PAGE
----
On the landing page, you might have a guarantee. They already saw the testimonials, they see the discount, they see it’s expiring soon, and then you’re telling them, ‘no worry, no risk, there’s a guarantee here, and if it doesn’t work out, just let us know. We’ll refund you in some capacity.’

Tier: Free Options, Basic, Pay More for Extras

When they’re ready to make the next step, they need to decide what tier they might want from you.

In sales tiers there are levels that customers can buy.  Each level goes up in price and has additional benefits. You might have a small, medium, or large, or you might have a free mini-course or something like that. And then, if the customers don’t want the free but want the full value there, they might have to decide. 

Do they take the first basic plan or pay a little? Maybe you offer coaching, a course, a community, or some bundle where they get coaching.

Your students about to make a decision on which one they want, and then; they will go to their shopping cart. It could be on your website, community page, course, or wherever your various technology components and integration are. It doesn’t matter.

online courses payment
Photo by Antoni Shkraba On Pexels.com

Cart: Quantity, Confirm Products/ Service, Coupons, Multi-Steps

When they make it to the cart, they’re ready to buy; This is where, hopefully, your browser or mobile device shows the lock icon that it’s secure. It’s HPS, and so it’s a secure protocol. They feel good; there are no hackers if they buy at an airport, a Starbucks, or something like that.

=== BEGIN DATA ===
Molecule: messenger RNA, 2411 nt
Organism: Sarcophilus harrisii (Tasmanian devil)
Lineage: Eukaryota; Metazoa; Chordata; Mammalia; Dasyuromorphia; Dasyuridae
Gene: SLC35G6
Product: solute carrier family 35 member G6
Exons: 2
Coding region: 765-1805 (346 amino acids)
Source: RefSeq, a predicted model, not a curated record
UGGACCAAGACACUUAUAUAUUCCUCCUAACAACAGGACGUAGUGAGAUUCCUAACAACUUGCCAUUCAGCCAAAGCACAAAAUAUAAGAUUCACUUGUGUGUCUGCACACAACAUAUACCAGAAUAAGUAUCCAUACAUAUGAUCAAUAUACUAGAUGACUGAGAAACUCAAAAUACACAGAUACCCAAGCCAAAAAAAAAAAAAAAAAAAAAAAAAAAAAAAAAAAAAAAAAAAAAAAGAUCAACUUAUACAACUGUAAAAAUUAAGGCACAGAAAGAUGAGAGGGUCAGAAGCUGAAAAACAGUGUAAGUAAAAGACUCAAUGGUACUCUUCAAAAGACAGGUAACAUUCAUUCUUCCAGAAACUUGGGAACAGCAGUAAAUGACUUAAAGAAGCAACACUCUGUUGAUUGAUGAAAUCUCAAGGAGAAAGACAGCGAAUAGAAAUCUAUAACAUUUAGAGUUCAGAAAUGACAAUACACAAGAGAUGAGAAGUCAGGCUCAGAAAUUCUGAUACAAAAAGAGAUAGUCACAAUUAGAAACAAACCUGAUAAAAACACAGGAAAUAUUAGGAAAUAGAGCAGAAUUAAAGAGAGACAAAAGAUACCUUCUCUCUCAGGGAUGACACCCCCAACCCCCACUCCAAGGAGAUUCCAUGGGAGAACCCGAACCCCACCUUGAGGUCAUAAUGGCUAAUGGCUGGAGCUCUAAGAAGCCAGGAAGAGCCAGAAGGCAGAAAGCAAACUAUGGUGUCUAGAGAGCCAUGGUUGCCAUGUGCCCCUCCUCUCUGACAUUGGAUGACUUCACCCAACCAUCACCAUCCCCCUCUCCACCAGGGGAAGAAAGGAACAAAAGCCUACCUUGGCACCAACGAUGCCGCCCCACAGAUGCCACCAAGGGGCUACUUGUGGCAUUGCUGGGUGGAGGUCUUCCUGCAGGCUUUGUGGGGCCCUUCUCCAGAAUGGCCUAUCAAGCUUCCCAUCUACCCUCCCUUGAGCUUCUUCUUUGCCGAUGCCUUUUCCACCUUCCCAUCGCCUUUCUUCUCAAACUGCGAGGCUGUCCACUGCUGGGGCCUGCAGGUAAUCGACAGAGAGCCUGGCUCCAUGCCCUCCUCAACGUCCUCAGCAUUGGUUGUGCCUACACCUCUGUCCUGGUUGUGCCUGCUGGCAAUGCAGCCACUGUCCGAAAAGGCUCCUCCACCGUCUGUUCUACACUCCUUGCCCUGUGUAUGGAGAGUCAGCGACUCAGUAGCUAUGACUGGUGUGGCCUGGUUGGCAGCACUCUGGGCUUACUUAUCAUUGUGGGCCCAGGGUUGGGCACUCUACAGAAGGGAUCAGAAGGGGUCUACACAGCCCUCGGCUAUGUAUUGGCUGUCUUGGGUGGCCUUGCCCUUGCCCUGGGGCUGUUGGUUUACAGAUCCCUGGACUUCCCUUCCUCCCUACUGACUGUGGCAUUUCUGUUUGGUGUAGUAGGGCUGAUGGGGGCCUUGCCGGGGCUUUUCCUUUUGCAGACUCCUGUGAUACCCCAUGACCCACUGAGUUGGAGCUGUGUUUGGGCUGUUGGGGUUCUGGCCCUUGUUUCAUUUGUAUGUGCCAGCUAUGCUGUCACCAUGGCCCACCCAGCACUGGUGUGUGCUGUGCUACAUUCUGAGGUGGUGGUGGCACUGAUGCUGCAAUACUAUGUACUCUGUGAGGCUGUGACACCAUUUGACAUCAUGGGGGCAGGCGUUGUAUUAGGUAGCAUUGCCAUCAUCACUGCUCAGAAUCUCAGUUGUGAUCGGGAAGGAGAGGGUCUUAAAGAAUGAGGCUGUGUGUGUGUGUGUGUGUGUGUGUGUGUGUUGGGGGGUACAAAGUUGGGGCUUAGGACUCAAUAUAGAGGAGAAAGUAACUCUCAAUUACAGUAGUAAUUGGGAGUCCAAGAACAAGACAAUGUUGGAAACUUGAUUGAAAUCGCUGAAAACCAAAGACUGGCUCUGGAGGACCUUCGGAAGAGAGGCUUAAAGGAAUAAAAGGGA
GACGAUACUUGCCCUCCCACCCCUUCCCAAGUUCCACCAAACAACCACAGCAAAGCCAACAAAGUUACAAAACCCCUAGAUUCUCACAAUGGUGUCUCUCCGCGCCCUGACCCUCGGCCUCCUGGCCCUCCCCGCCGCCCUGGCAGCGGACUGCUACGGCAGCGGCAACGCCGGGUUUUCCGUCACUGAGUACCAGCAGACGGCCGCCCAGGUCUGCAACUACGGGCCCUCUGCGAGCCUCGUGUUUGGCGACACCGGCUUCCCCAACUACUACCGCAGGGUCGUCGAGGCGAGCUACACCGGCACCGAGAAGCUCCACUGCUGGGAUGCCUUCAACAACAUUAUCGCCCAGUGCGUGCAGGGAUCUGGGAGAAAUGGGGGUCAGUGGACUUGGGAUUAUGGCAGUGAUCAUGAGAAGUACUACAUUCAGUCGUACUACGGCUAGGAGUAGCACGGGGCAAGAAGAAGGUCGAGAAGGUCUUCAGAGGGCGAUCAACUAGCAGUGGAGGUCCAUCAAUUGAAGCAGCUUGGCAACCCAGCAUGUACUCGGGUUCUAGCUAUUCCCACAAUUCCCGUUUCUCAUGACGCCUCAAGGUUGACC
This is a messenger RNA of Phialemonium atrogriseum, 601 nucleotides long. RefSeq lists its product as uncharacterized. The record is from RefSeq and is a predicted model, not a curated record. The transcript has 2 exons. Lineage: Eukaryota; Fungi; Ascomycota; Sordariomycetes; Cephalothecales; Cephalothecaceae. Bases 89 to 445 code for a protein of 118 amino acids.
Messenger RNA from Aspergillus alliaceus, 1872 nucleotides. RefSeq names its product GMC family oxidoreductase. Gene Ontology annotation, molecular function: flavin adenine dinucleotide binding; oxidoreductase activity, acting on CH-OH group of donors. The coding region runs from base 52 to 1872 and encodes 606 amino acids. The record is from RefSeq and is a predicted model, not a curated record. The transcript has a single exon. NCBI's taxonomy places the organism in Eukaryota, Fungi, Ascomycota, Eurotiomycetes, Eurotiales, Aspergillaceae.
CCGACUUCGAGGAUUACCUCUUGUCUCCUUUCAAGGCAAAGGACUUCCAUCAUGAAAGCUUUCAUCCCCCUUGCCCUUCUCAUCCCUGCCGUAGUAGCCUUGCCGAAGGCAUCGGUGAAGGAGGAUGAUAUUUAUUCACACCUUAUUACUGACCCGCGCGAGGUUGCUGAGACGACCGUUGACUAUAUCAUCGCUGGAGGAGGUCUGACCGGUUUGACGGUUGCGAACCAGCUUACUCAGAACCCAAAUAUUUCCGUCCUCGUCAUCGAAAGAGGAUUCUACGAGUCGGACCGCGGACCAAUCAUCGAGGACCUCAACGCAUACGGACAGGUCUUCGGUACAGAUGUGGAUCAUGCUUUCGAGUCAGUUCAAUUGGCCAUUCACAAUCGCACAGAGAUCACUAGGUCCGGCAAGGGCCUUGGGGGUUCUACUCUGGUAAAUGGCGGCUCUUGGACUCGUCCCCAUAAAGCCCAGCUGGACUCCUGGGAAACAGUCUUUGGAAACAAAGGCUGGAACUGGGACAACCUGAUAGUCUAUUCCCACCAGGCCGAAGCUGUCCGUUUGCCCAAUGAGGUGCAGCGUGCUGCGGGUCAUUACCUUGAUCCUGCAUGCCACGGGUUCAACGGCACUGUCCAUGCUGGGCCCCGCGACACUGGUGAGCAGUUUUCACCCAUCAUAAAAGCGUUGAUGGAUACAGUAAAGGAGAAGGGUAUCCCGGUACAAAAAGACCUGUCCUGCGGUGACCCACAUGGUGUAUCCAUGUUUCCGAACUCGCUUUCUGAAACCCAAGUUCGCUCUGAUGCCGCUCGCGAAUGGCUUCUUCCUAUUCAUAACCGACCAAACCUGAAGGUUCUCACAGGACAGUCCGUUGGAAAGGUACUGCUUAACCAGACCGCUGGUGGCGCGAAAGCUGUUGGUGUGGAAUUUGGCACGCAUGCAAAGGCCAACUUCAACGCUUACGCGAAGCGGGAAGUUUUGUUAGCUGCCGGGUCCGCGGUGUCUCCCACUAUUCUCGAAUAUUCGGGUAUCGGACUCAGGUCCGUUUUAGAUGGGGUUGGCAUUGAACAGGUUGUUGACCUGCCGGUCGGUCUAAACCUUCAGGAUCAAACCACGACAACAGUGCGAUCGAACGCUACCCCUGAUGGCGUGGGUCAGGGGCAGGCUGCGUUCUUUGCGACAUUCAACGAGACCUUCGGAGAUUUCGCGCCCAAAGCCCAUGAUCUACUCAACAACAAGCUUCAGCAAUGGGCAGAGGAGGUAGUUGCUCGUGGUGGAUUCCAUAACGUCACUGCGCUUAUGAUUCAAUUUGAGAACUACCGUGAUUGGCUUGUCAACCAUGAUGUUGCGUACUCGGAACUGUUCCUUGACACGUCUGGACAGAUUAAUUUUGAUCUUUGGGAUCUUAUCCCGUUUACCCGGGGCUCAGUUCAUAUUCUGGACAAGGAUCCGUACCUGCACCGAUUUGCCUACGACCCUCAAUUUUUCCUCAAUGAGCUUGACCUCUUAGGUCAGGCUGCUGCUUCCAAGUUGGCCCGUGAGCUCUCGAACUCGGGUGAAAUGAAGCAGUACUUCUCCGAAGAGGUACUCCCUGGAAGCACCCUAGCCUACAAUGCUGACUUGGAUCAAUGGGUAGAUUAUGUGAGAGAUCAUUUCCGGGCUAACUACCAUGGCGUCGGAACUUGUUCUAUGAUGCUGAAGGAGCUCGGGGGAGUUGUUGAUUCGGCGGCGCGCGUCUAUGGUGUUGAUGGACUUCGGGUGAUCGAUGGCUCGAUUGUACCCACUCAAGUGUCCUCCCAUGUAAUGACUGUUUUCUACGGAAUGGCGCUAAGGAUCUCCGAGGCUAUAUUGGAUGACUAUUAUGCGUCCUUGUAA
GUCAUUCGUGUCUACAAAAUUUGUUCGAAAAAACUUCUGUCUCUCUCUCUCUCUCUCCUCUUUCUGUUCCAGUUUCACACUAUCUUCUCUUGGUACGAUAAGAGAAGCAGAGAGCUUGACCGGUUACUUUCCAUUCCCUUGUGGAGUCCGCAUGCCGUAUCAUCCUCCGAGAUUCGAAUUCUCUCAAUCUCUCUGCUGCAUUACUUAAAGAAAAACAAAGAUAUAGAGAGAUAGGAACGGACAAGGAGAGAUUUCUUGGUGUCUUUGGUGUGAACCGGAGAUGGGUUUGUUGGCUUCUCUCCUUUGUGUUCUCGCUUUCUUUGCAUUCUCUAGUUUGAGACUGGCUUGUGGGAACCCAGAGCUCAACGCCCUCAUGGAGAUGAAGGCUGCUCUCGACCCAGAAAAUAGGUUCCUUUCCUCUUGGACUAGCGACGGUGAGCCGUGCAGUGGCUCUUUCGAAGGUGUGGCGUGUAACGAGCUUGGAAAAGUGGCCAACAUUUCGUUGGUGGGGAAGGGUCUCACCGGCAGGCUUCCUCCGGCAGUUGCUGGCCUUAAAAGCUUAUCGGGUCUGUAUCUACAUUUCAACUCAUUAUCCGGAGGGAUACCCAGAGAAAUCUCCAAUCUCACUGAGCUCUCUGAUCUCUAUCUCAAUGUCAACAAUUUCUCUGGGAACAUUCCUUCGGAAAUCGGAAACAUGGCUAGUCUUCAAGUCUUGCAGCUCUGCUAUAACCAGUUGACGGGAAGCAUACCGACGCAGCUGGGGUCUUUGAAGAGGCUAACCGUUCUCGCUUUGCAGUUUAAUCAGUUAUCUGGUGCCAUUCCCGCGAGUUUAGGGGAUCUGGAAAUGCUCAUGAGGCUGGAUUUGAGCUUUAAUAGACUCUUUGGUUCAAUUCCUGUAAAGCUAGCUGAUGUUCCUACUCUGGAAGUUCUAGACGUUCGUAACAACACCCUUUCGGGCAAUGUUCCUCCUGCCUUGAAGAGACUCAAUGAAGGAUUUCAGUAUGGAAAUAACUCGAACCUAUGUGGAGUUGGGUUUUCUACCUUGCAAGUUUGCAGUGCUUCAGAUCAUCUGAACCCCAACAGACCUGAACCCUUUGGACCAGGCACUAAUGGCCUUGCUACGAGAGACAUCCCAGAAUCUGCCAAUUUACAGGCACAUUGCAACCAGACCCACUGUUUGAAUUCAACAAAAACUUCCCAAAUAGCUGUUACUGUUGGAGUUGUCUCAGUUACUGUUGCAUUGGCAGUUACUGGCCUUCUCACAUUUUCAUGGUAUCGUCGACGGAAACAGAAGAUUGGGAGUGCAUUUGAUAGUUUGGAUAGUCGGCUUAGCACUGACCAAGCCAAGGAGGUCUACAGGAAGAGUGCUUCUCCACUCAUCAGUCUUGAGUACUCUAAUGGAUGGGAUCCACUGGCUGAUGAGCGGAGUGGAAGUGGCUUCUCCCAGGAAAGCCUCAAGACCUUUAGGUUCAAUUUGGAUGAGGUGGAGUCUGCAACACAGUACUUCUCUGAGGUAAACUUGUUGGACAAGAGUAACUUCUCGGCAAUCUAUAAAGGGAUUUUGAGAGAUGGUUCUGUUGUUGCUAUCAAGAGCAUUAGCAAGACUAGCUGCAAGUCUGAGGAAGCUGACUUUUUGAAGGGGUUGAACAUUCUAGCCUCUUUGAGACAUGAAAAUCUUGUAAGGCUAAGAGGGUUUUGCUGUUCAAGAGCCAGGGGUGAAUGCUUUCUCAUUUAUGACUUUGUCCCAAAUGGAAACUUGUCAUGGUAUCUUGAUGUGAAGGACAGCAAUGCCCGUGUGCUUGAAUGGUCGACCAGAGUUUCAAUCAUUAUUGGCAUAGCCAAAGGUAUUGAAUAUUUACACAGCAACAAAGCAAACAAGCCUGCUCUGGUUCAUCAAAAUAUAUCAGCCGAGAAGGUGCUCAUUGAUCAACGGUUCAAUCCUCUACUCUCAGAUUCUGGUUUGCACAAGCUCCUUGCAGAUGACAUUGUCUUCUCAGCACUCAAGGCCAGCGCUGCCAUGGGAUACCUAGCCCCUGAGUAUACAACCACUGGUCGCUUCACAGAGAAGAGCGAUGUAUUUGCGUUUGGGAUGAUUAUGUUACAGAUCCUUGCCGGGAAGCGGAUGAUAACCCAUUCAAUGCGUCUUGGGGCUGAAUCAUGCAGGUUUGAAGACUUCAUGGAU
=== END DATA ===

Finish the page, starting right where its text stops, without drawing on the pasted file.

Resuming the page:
So they want to feel that your website is secure. They might have poked around your website, and by accident, they’ve increased the quantity to two, but they only want one. So that’s where on the cart they can double check that the quantity is one item they chose.

They’ll see that brief description. They’ll want to ensure that the cart is working on mobile, but they could buy on a tablet, not necessarily their desktop or cell phone. You want to make sure that your checkout process is mobile-friendly. For some reason, many e-commerce sellers like to have multiple confirmation steps.

For instance, the checkout process for a fashion course may have certain confirmation processes like ‘hey, here’s the card, look at the card, are you sure it’s in the card? Do you want to proceed? You could probably do that in fewer steps. So be on the lookout for how you can reduce the steps and the exit ramps off your checkout process.

They’ve chosen something, and they verify at that point. Their next step should be to give you their credit card. You want to prove those things.

Payment: Taxes, Prices, Currency, Pay How, Addresses, Terms

When you get to that next screen, the payment screen, you’ll want to show them any possible tax, the total of the current price with discount, and all that stuff. You may offer currency options, where they can see the number in a local currency. You may want to get rid of that and focus on your main currency, which is US Dollars.